- Redfield says he thinks COVID-19 began spreading in Wuhan in September or October (The Hill) - The former CDC director went on to say that he thinks COVID-19 emerged from a lab in China, a theory a World Health Organization official has called "extremely unlikely."
- What the Covid-19 war was really like in Trump's White House (CNN) - No longer working under the Trump administration, six leading US health officials now reveal to CNN the real challenges they faced during the nation's fight against Covid-19 over the past year: death threats, mixed messages and in some cases, being kept from sharing information with national audiences.
- Birx says COVID death toll in U.S. would have been mitigated with earlier action (Reuters) - Birx became sidelined in the final months of Trump's administration, and White House briefings about the pandemic largely ceased.
- 'I can't believe this is happening': Travelers recount tales of getting stuck in Mexico after positive COVID-19 tests (USA Today) - Some travelers have few complaints about how the hotel handled the situation but don't recommend taking the risk of testing positive on an international trip.
- Birx recalls 'very difficult' call with Trump, says hundreds of thousands of Covid deaths were preventable (NBC News) - "I look at it this way: The first time, we have an excuse," Birx said about the initial surge of deaths. "All of the rest of them, in my mind, could have been mitigated or decreased substantially."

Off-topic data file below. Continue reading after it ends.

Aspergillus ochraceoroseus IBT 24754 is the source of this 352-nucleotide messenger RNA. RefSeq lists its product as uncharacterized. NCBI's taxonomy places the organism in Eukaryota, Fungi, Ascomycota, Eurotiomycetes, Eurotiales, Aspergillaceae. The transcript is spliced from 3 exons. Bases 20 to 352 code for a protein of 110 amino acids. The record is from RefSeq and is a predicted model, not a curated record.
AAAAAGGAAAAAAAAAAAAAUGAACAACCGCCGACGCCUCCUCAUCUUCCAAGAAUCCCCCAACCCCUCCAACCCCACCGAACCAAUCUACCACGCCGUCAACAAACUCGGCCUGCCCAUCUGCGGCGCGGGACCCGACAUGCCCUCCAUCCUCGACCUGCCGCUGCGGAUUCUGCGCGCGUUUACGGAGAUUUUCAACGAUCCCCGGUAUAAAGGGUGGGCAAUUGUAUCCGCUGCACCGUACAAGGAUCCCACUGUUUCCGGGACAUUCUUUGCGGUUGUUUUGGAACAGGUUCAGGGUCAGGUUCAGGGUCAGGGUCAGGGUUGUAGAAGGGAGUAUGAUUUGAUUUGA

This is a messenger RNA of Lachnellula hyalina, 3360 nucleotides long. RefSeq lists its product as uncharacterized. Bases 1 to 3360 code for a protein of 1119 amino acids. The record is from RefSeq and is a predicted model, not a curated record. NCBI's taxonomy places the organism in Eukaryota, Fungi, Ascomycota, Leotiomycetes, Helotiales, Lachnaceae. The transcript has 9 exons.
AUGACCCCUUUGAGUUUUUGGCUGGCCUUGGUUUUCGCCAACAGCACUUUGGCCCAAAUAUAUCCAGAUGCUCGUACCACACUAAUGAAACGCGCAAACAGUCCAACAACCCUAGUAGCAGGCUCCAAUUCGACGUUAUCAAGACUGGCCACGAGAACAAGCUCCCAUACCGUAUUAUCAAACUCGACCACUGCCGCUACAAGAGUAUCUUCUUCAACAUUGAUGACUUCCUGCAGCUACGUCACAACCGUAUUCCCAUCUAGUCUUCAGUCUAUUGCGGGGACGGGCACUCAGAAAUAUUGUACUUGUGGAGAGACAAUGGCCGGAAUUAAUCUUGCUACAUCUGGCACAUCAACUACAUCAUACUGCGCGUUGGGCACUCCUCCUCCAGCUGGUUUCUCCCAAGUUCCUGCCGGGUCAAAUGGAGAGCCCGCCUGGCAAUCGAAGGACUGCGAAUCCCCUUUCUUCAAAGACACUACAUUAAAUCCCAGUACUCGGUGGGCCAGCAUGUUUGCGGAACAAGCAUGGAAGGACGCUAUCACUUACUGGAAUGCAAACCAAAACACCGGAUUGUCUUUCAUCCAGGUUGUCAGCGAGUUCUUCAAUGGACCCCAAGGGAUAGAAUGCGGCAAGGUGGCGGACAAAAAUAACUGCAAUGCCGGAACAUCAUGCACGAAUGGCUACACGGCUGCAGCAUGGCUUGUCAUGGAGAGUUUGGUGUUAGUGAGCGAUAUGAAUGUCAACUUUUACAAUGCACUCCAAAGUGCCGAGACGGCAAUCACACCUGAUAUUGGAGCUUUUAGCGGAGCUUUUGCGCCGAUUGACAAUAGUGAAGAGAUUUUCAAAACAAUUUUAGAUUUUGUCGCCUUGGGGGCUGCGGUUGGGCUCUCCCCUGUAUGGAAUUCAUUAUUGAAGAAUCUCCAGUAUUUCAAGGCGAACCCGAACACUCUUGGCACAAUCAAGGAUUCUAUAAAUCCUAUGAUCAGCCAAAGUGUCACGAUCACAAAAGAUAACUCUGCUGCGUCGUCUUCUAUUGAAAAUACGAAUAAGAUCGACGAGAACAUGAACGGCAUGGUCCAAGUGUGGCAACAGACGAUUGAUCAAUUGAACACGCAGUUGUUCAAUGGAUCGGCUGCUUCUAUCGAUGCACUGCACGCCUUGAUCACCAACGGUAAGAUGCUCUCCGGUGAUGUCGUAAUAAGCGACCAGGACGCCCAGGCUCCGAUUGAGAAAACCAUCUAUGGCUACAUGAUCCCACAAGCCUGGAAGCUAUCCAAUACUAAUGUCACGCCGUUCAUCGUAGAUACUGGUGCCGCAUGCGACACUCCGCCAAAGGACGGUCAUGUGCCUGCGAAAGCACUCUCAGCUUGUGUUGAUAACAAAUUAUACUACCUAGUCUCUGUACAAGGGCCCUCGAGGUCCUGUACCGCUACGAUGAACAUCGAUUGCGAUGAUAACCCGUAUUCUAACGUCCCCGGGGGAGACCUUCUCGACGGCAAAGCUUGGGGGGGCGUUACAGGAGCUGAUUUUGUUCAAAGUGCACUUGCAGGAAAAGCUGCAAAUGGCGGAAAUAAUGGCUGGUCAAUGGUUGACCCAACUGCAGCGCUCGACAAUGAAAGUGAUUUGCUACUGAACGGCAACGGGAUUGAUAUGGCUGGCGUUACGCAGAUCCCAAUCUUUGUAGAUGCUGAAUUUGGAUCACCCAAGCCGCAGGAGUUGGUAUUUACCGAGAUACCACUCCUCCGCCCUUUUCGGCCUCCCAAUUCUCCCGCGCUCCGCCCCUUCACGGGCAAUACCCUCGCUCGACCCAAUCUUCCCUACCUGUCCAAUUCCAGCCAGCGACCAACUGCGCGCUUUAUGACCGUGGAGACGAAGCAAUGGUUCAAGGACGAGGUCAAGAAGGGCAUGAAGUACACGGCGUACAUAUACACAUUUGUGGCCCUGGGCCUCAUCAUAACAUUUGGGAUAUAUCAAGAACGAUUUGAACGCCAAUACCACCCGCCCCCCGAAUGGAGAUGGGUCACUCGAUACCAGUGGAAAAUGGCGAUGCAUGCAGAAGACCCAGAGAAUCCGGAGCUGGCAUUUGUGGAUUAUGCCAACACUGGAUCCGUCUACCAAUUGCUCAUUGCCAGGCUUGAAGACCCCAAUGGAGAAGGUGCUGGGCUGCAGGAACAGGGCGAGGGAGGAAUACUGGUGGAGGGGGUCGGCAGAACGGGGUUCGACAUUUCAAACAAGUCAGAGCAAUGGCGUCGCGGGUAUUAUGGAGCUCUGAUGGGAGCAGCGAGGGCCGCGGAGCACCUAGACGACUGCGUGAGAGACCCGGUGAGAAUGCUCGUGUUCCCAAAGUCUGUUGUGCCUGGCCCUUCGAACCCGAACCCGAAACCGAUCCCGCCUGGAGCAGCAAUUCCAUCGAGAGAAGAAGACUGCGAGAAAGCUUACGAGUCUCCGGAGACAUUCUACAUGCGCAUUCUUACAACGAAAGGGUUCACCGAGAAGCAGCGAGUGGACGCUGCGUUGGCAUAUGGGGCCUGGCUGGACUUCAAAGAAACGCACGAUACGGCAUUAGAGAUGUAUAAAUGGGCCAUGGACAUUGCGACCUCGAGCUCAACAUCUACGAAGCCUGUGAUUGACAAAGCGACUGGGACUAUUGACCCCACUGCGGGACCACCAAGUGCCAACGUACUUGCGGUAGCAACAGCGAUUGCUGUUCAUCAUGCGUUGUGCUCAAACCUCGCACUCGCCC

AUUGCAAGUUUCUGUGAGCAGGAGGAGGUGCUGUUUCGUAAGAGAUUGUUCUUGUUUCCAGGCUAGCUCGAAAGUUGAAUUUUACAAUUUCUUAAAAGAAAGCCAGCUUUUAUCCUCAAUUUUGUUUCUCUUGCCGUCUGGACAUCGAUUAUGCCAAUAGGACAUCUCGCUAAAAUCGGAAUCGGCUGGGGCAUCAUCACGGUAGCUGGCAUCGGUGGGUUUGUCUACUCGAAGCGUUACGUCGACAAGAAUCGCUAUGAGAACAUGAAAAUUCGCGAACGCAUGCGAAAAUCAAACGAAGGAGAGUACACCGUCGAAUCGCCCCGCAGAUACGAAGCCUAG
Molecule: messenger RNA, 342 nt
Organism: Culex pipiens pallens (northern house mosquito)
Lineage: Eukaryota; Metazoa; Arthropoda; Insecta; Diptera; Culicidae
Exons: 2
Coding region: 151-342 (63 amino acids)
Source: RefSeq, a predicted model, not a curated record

- Getting to Yes: A Nursing Home's Mission to Vaccinate Its Hesitant Staff (New York Times) - "Beliefs change with time or new knowledge, so we have to ride it out. Listen hard, don't judge and let them move at their own pace."
- COVID-19 rates of infection surge in New Jersey, New York (Axios) - In New Jersey, the number of new infections over the past month has risen by 37%, according to AP.
- Luck is essential for any successful coronavirus variant, study shows (Medical Xpress) - There are a lot of narrow windows and a lot of high hurdles, and the likelihood that a new variant will clear all of those obstacles is actually pretty slim, the researchers concluded. And that should offer humans a bit of hope. But then there's reality: At least five new "variants of concern" have apparently overcome these forbidding odds in the span of about six months.